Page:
Friday, January 18, 2008

Doing My Duty

This past Tuesday, I experienced my first-ever round as a member of a jury. And I must confess: I actually enjoyed it! It truly gave me quite an appreciation for the justice system, and just a little more faith in my fellow man, and it reaffirmed my belief that just about anyone can receive a fair trial in this country. The jury consisted of people from just about all walks of life, from blue-collar types who talked at length about bass-fishin', to young professionals, to established business-types, to, well, me.

I made the mistake of being the first person to say anything after about a minute of silence and blank stares when deliberation began, and was thus elected unanimously as the foreman. That's what I get for wearing "work clothes" instead of jeans and a sweat-shirt, I guess. Truth be told, however, I sorta, kinda, maybe-just-a-little-bit wanted to be foreman, so I shouldn't complain. Although beyond the official duties of a foreman (which consist entirely of signing my name to and announcing the verdict, and composing all written communication with the judge during deliberation), the rest of the jurors seemed to implicitly imbue me with some sort of managerial responsibility as well. I like to think that I performed those duties well, giving proper weight to each juror's own beliefs, clearly discussing all the facts that had been presented during the trial, and gradually brining everyone around to a unanimous verdict (there were dissenters for a while).

And to make this post more than a dear-diary story, which I generally try to avoid on this blog, I did have an interesting insight during the deliberations. We live in a paradoxically non-judgmental society. We constantly make judgments about people and their characters when it matters the least (e.g., a white person getting nervous when a minority walks by), whereas we are reluctant to do so when it actually matters. Case in point, it is interesting to me that the judge must very explicitly instruct the jury that, yes, we are supposed to make character judgments about witnesses, the defendant, the plaintiff, etc. More than that, we must do so if we are to render a fair trial to the defendant. Even with this very clear instruction, certain members of the jury were clearly averse to doing so, when the defendant's character (or more to the point, the lack thereof) was clearly pivotal in our ultimate decision. Toward the end of deliberations, when we were essentially deadlocked 11-1, I had to carefully (and as un-offensively as I could manage) spell out this very principle, and the evidence that illustrated the defendant's character, before we were able to sway the holdout.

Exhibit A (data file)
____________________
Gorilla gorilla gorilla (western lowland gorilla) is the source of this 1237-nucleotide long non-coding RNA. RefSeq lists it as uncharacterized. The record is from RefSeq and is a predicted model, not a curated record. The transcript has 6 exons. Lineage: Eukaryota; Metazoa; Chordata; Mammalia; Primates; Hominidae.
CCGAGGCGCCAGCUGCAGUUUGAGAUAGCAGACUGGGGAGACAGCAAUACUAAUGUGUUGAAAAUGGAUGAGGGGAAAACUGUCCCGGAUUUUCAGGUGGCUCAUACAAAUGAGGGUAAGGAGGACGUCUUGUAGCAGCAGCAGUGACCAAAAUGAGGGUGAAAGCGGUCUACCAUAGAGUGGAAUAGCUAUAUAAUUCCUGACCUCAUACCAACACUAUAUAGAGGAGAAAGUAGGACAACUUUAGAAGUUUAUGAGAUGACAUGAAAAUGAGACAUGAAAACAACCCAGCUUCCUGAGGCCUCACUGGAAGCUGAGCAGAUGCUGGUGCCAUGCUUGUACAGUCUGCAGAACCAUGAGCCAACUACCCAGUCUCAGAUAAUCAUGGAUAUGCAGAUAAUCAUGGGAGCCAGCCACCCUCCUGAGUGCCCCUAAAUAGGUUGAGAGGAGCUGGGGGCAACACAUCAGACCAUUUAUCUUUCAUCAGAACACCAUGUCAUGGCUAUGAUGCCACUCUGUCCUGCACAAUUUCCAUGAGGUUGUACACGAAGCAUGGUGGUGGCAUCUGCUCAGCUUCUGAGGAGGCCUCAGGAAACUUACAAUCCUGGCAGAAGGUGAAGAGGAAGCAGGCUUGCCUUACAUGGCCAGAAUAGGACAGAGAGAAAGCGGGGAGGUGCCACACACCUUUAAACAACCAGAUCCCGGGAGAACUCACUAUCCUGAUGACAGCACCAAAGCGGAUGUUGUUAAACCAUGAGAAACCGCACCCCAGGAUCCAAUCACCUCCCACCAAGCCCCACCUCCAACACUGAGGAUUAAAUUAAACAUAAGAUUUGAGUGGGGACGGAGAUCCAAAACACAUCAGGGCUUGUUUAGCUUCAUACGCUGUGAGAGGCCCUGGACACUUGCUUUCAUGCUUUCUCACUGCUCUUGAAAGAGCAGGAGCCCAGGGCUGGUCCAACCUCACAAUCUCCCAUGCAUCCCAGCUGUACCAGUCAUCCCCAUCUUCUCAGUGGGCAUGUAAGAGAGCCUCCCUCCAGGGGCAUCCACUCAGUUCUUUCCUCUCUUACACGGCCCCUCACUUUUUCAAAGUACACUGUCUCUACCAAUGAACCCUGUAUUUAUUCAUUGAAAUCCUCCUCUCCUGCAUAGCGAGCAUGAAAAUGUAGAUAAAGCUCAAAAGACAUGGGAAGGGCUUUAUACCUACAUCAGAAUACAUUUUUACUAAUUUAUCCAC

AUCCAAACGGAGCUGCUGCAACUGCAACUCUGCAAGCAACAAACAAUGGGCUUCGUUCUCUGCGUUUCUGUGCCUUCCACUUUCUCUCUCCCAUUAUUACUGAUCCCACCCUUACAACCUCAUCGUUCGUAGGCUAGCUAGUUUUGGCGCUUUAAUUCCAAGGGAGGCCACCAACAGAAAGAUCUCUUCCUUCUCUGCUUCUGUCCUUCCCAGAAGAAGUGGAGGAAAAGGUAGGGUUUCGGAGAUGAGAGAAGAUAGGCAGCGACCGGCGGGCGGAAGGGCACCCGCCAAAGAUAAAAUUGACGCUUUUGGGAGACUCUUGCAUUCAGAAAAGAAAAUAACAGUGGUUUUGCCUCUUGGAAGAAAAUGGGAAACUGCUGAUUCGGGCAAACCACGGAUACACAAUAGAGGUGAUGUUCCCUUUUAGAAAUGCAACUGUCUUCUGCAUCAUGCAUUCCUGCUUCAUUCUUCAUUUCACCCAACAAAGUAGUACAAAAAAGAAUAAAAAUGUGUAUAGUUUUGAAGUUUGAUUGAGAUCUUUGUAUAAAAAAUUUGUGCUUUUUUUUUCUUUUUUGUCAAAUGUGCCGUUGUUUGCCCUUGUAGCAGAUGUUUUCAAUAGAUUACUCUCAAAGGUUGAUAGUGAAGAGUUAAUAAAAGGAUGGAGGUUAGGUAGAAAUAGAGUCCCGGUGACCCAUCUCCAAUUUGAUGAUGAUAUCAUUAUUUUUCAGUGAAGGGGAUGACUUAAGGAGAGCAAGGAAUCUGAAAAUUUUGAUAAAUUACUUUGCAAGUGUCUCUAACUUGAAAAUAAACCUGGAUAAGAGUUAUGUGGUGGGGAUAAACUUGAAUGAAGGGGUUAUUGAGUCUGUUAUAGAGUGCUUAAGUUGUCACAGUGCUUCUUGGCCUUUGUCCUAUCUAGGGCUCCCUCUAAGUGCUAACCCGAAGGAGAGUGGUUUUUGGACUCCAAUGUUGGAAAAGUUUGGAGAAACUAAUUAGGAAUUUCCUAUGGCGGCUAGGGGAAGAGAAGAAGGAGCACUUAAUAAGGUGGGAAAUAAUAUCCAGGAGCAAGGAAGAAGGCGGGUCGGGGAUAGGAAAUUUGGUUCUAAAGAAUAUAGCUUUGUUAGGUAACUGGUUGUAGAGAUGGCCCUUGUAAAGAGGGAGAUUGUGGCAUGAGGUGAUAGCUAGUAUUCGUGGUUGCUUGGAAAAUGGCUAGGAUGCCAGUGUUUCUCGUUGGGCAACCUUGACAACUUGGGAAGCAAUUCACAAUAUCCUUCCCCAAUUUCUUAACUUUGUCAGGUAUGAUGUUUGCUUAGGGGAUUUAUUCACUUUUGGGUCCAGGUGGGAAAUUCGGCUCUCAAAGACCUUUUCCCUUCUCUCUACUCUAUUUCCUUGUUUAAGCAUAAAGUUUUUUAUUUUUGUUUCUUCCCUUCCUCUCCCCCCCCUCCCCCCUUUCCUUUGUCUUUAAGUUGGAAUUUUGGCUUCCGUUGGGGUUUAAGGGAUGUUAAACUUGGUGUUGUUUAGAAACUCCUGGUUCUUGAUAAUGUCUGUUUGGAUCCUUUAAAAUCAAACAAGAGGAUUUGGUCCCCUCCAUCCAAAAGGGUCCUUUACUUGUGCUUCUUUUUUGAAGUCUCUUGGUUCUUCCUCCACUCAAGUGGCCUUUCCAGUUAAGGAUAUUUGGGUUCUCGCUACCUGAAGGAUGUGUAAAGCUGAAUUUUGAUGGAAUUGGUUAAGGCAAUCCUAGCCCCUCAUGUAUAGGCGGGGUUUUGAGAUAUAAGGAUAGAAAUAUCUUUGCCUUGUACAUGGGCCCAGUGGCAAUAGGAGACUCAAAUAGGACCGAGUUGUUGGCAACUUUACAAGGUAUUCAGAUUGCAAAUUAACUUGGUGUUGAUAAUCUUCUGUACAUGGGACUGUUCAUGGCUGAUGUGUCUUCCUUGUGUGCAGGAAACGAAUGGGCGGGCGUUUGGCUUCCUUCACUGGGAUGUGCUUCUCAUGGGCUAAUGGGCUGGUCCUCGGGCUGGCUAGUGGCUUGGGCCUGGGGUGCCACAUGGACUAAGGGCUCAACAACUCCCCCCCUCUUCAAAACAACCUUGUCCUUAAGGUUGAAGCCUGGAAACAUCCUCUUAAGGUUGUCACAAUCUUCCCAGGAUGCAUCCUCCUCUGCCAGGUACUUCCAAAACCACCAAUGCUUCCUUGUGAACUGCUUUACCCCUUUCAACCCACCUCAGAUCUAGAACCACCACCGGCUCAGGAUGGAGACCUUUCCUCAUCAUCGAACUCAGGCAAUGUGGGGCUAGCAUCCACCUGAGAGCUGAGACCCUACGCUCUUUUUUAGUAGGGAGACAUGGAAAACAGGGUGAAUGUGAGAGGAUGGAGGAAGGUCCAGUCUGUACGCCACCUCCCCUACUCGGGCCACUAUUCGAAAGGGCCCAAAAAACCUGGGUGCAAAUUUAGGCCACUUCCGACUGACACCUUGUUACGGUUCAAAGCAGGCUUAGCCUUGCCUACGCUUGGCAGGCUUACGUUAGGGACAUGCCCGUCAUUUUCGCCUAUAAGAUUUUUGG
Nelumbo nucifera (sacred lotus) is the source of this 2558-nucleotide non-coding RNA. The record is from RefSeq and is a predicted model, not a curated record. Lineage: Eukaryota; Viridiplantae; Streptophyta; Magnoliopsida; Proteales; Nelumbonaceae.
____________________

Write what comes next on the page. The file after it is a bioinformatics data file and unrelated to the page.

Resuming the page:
As a final note, I now understand why juries, after selection, are instructed to avoid any and all information about the case prior to the trial (in my case, there was a delay of about 1 month between jury selection and trial): after the trial, I googled the defendant and found this article . Turns out that the defendant, Mr. Williams in the article, was actually arrested for a separate crime, of a similar nature, after he committed the crimes for which we were trying him. Now I understand why the detective was being so coy on the witness stand. And had we known this (obviously, this would have been inadmissible in court since he had not gone to trial for that offense yet), we probably would have rendered a stiffer verdict than we did.



Anonymous Marty said...

Hang 'em high!

11:38 AM  

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